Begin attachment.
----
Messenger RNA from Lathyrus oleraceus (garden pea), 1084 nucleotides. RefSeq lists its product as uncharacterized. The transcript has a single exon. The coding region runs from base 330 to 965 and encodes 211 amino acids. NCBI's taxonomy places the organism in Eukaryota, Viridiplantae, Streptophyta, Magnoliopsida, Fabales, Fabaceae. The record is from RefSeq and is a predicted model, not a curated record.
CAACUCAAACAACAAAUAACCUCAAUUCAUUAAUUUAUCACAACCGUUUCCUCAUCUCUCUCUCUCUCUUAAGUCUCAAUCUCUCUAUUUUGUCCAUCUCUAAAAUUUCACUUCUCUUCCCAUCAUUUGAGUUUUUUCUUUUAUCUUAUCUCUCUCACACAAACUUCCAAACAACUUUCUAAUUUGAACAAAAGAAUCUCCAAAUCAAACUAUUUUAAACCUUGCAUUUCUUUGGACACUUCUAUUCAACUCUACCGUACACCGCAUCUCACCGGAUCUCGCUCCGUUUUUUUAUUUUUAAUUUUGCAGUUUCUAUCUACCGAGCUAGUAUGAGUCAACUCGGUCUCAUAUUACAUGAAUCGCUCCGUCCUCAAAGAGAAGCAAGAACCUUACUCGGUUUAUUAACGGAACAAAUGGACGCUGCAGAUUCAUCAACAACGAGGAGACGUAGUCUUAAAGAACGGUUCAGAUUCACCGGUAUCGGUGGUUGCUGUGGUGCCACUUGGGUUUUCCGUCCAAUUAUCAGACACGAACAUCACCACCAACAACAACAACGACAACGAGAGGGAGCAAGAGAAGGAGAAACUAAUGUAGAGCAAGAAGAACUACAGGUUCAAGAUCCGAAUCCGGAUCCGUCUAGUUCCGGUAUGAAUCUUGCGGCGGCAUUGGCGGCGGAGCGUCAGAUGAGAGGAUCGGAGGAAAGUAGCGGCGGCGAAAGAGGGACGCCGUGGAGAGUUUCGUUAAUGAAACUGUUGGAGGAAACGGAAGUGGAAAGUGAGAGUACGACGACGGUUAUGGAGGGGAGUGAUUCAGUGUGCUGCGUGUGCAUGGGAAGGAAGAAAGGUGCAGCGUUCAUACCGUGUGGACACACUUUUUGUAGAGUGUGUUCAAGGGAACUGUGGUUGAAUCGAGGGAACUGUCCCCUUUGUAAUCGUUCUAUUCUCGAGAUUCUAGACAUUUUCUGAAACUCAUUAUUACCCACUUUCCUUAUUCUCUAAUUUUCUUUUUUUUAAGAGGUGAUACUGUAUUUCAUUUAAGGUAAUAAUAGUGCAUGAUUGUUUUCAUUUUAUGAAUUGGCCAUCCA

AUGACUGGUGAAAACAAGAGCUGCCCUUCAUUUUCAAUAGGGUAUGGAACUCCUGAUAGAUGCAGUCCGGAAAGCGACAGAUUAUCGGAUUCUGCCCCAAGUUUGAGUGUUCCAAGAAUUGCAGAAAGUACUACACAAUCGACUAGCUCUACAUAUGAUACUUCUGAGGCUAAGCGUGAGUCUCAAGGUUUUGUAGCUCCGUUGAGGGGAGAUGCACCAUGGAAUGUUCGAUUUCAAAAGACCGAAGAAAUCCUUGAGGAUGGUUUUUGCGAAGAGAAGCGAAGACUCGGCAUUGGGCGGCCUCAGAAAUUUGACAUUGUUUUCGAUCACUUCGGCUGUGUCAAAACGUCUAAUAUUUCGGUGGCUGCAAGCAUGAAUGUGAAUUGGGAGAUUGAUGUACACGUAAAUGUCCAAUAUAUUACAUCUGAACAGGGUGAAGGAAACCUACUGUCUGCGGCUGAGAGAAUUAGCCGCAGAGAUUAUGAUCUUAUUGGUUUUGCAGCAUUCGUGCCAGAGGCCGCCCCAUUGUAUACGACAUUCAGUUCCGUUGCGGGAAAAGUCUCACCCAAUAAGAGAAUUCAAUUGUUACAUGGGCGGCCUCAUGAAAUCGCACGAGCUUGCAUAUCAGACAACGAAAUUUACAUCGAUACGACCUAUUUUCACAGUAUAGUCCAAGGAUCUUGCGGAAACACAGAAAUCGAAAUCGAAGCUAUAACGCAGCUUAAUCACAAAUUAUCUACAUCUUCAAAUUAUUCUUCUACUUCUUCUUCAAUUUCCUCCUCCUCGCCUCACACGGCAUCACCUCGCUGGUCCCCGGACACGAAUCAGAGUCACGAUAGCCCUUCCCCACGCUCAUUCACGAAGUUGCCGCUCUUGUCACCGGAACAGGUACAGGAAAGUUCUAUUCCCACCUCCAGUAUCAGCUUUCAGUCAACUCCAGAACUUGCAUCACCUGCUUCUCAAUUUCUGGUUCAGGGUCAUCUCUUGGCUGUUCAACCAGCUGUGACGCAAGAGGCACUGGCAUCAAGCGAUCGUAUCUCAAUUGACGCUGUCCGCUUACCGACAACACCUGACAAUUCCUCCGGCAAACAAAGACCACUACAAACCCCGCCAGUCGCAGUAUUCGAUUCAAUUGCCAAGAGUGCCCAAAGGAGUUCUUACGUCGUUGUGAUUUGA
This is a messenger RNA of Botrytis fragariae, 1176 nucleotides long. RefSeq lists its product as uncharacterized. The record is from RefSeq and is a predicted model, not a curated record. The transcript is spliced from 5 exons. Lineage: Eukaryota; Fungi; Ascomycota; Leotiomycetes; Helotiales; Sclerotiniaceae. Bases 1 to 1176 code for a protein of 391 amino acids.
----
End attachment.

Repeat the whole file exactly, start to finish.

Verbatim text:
Messenger RNA from Lathyrus oleraceus (garden pea), 1084 nucleotides. RefSeq lists its product as uncharacterized. The transcript has a single exon. The coding region runs from base 330 to 965 and encodes 211 amino acids. NCBI's taxonomy places the organism in Eukaryota, Viridiplantae, Streptophyta, Magnoliopsida, Fabales, Fabaceae. The record is from RefSeq and is a predicted model, not a curated record.
CAACUCAAACAACAAAUAACCUCAAUUCAUUAAUUUAUCACAACCGUUUCCUCAUCUCUCUCUCUCUCUUAAGUCUCAAUCUCUCUAUUUUGUCCAUCUCUAAAAUUUCACUUCUCUUCCCAUCAUUUGAGUUUUUUCUUUUAUCUUAUCUCUCUCACACAAACUUCCAAACAACUUUCUAAUUUGAACAAAAGAAUCUCCAAAUCAAACUAUUUUAAACCUUGCAUUUCUUUGGACACUUCUAUUCAACUCUACCGUACACCGCAUCUCACCGGAUCUCGCUCCGUUUUUUUAUUUUUAAUUUUGCAGUUUCUAUCUACCGAGCUAGUAUGAGUCAACUCGGUCUCAUAUUACAUGAAUCGCUCCGUCCUCAAAGAGAAGCAAGAACCUUACUCGGUUUAUUAACGGAACAAAUGGACGCUGCAGAUUCAUCAACAACGAGGAGACGUAGUCUUAAAGAACGGUUCAGAUUCACCGGUAUCGGUGGUUGCUGUGGUGCCACUUGGGUUUUCCGUCCAAUUAUCAGACACGAACAUCACCACCAACAACAACAACGACAACGAGAGGGAGCAAGAGAAGGAGAAACUAAUGUAGAGCAAGAAGAACUACAGGUUCAAGAUCCGAAUCCGGAUCCGUCUAGUUCCGGUAUGAAUCUUGCGGCGGCAUUGGCGGCGGAGCGUCAGAUGAGAGGAUCGGAGGAAAGUAGCGGCGGCGAAAGAGGGACGCCGUGGAGAGUUUCGUUAAUGAAACUGUUGGAGGAAACGGAAGUGGAAAGUGAGAGUACGACGACGGUUAUGGAGGGGAGUGAUUCAGUGUGCUGCGUGUGCAUGGGAAGGAAGAAAGGUGCAGCGUUCAUACCGUGUGGACACACUUUUUGUAGAGUGUGUUCAAGGGAACUGUGGUUGAAUCGAGGGAACUGUCCCCUUUGUAAUCGUUCUAUUCUCGAGAUUCUAGACAUUUUCUGAAACUCAUUAUUACCCACUUUCCUUAUUCUCUAAUUUUCUUUUUUUUAAGAGGUGAUACUGUAUUUCAUUUAAGGUAAUAAUAGUGCAUGAUUGUUUUCAUUUUAUGAAUUGGCCAUCCA

AUGACUGGUGAAAACAAGAGCUGCCCUUCAUUUUCAAUAGGGUAUGGAACUCCUGAUAGAUGCAGUCCGGAAAGCGACAGAUUAUCGGAUUCUGCCCCAAGUUUGAGUGUUCCAAGAAUUGCAGAAAGUACUACACAAUCGACUAGCUCUACAUAUGAUACUUCUGAGGCUAAGCGUGAGUCUCAAGGUUUUGUAGCUCCGUUGAGGGGAGAUGCACCAUGGAAUGUUCGAUUUCAAAAGACCGAAGAAAUCCUUGAGGAUGGUUUUUGCGAAGAGAAGCGAAGACUCGGCAUUGGGCGGCCUCAGAAAUUUGACAUUGUUUUCGAUCACUUCGGCUGUGUCAAAACGUCUAAUAUUUCGGUGGCUGCAAGCAUGAAUGUGAAUUGGGAGAUUGAUGUACACGUAAAUGUCCAAUAUAUUACAUCUGAACAGGGUGAAGGAAACCUACUGUCUGCGGCUGAGAGAAUUAGCCGCAGAGAUUAUGAUCUUAUUGGUUUUGCAGCAUUCGUGCCAGAGGCCGCCCCAUUGUAUACGACAUUCAGUUCCGUUGCGGGAAAAGUCUCACCCAAUAAGAGAAUUCAAUUGUUACAUGGGCGGCCUCAUGAAAUCGCACGAGCUUGCAUAUCAGACAACGAAAUUUACAUCGAUACGACCUAUUUUCACAGUAUAGUCCAAGGAUCUUGCGGAAACACAGAAAUCGAAAUCGAAGCUAUAACGCAGCUUAAUCACAAAUUAUCUACAUCUUCAAAUUAUUCUUCUACUUCUUCUUCAAUUUCCUCCUCCUCGCCUCACACGGCAUCACCUCGCUGGUCCCCGGACACGAAUCAGAGUCACGAUAGCCCUUCCCCACGCUCAUUCACGAAGUUGCCGCUCUUGUCACCGGAACAGGUACAGGAAAGUUCUAUUCCCACCUCCAGUAUCAGCUUUCAGUCAACUCCAGAACUUGCAUCACCUGCUUCUCAAUUUCUGGUUCAGGGUCAUCUCUUGGCUGUUCAACCAGCUGUGACGCAAGAGGCACUGGCAUCAAGCGAUCGUAUCUCAAUUGACGCUGUCCGCUUACCGACAACACCUGACAAUUCCUCCGGCAAACAAAGACCACUACAAACCCCGCCAGUCGCAGUAUUCGAUUCAAUUGCCAAGAGUGCCCAAAGGAGUUCUUACGUCGUUGUGAUUUGA
This is a messenger RNA of Botrytis fragariae, 1176 nucleotides long. RefSeq lists its product as uncharacterized. The record is from RefSeq and is a predicted model, not a curated record. The transcript is spliced from 5 exons. Lineage: Eukaryota; Fungi; Ascomycota; Leotiomycetes; Helotiales; Sclerotiniaceae. Bases 1 to 1176 code for a protein of 391 amino acids.